Friday, December 27, 2013

Unbridled Silliness

Photo by Michelle G.
Her name is Olivia. She's two years old and has eyelashes for days. For Christmas she got a microphone, complete with a red-and-white plastic stand. Someone turned up the volume for her, and she happily entertained us, swaying and grinning as she sang the old standards: "The ABC Song," "Old MacDonald Had a Farm," and a snippet or two of "The Little Drummer Boy." As the day wore on she needed a nap, but she was too happy and too busy. She'd crawl up on someone's lap for a moment, snuggle her head into a shoulder, then hop off and start to play again. Her favorite toy (her version of a security blanket) is "Monkey B," a hemmed square of brown plush fabric attached at its center to a brown plush monkey head. At one point she climbed up on the sofa next to me, placed Monkey B carefully on top of my head, called me "Grammyhead," and cackled with joy. Olivia has a big laugh for such a little girl. I loved it. I love her.

Photo by Kalyn H.
His name is Owen. He's three and-a-half years old with blond hair, blue eyes and a huge imagination. He took Olivia's mic stand apart, assembled two pieces of it into an L-shape and called it a gun. (It doesn't matter if we don't give toy guns to children; boys can and will make pretend weapons out of anything.) He quickly shot a couple of us dead, then, possibly remembering previous discussions, reconsidered and announced, "No, this gun doesn't make people dead; it only makes them sleep." His mother warned him to be careful with the tubular-plastic assemblage he was waving around, so he looked each of us directly in the eye as he aimed it at us and said sweetly, "It only shoots marshmallows." Then he pulled the imaginary trigger and made a soft "pow" noise. We all fell over anyway, of course, which delighted him enough to up the ante: "Now they're fire marshmallows!" he shouted. Like Olivia, Owen was happy but tired--and wired. He laughed and laughed, talked a blue streak, changed the mic stand/gun into a one-segment "freeze gun" and froze his Nana, my daughter, into a stiff human replica of all sorts of things, one after the other. He aimed it at me and declared me to be a "chicken eyeball," getting such a kick out of his own good joke that he didn't even notice I had no idea how to portray such a thing. I loved it. I love him.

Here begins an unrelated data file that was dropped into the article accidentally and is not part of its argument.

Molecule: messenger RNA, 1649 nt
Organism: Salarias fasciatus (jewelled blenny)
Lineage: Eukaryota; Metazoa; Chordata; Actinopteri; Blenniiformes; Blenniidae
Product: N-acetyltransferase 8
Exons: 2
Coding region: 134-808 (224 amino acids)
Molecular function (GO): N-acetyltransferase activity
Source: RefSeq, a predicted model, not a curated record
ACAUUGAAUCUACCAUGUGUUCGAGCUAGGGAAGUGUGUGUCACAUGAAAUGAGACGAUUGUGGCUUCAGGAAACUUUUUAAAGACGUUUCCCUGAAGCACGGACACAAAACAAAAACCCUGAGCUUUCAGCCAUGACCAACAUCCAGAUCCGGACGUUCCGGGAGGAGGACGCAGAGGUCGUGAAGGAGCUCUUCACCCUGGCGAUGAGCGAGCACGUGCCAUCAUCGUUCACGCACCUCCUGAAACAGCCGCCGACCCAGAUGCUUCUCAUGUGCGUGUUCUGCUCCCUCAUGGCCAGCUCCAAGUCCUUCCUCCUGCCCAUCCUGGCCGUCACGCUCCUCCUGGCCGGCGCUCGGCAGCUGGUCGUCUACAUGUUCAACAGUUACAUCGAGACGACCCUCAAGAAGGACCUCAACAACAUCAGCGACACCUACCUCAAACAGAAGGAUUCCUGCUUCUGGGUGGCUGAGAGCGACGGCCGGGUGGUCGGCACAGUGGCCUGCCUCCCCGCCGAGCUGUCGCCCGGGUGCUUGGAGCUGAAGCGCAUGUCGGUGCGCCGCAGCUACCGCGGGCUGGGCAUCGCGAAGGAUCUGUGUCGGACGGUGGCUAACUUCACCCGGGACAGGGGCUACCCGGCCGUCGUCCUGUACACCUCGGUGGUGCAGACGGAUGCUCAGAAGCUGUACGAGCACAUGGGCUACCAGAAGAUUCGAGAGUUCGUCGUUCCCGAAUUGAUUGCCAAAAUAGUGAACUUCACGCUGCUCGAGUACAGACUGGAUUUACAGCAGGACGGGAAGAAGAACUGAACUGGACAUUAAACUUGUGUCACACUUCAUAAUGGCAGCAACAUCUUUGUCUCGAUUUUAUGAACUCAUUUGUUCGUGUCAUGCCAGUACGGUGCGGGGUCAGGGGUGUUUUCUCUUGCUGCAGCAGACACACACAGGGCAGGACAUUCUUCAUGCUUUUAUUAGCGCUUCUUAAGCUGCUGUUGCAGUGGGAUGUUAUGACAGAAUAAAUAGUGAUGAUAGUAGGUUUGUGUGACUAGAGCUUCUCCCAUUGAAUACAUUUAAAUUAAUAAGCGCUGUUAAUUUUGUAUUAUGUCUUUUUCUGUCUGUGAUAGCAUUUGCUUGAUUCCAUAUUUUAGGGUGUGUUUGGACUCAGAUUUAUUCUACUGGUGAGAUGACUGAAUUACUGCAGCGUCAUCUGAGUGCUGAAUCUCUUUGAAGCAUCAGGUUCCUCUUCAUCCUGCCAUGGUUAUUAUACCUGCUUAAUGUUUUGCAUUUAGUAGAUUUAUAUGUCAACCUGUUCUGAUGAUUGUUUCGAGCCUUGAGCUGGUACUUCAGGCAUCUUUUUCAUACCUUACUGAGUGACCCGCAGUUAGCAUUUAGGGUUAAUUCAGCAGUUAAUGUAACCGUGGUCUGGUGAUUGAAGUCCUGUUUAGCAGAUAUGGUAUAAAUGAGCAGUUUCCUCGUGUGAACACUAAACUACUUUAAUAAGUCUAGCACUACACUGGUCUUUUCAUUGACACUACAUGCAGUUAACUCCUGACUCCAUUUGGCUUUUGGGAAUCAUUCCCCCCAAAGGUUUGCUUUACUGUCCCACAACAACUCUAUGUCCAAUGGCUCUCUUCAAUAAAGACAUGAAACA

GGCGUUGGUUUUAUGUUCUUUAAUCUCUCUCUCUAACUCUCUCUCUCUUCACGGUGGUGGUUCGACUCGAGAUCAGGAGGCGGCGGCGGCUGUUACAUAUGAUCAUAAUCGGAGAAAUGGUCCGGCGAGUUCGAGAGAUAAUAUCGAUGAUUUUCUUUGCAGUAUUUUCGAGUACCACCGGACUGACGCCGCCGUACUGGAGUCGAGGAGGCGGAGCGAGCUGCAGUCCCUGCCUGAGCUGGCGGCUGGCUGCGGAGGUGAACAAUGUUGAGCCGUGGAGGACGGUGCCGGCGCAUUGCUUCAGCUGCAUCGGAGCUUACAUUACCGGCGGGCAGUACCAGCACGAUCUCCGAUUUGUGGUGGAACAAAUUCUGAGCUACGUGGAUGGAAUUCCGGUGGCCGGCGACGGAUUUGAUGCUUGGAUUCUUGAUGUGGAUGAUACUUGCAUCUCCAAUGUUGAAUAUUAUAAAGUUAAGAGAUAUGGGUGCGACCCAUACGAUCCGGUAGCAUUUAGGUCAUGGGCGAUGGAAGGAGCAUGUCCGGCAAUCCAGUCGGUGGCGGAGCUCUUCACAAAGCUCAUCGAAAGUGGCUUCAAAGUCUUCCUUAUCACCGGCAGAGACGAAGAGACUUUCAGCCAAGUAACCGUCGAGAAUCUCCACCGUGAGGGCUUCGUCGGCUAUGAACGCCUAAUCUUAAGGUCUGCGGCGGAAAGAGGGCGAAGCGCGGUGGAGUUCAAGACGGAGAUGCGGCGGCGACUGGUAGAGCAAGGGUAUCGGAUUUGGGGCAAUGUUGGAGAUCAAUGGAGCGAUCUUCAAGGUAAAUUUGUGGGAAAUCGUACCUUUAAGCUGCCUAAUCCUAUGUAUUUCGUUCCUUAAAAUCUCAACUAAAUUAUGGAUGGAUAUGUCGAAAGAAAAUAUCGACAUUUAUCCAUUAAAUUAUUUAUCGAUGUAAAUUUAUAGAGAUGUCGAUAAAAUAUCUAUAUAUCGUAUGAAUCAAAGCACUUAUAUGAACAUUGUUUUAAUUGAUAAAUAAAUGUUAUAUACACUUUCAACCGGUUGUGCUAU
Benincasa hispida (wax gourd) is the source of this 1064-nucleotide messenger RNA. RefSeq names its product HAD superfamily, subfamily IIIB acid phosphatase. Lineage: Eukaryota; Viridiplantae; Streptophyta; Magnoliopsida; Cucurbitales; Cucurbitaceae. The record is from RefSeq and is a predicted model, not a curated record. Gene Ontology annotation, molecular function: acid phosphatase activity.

I am quite willing to be a Grammyhead, a chicken eyeball, or anything else it takes to make those little ones laugh out loud. So were the rest of the adults at our Christmas gathering. I loved it. I love them all.


  1. So cute. I have yet to meet a little boy who doesn't think "eyeball, eyeball" is hilarious.

  2. Beautiful kiddos! And yes, boys will play with "weapons" no matter what. When my two sons were little guys I didn't want them to play with guns but ... every stick, lego formation, etc became a gun.


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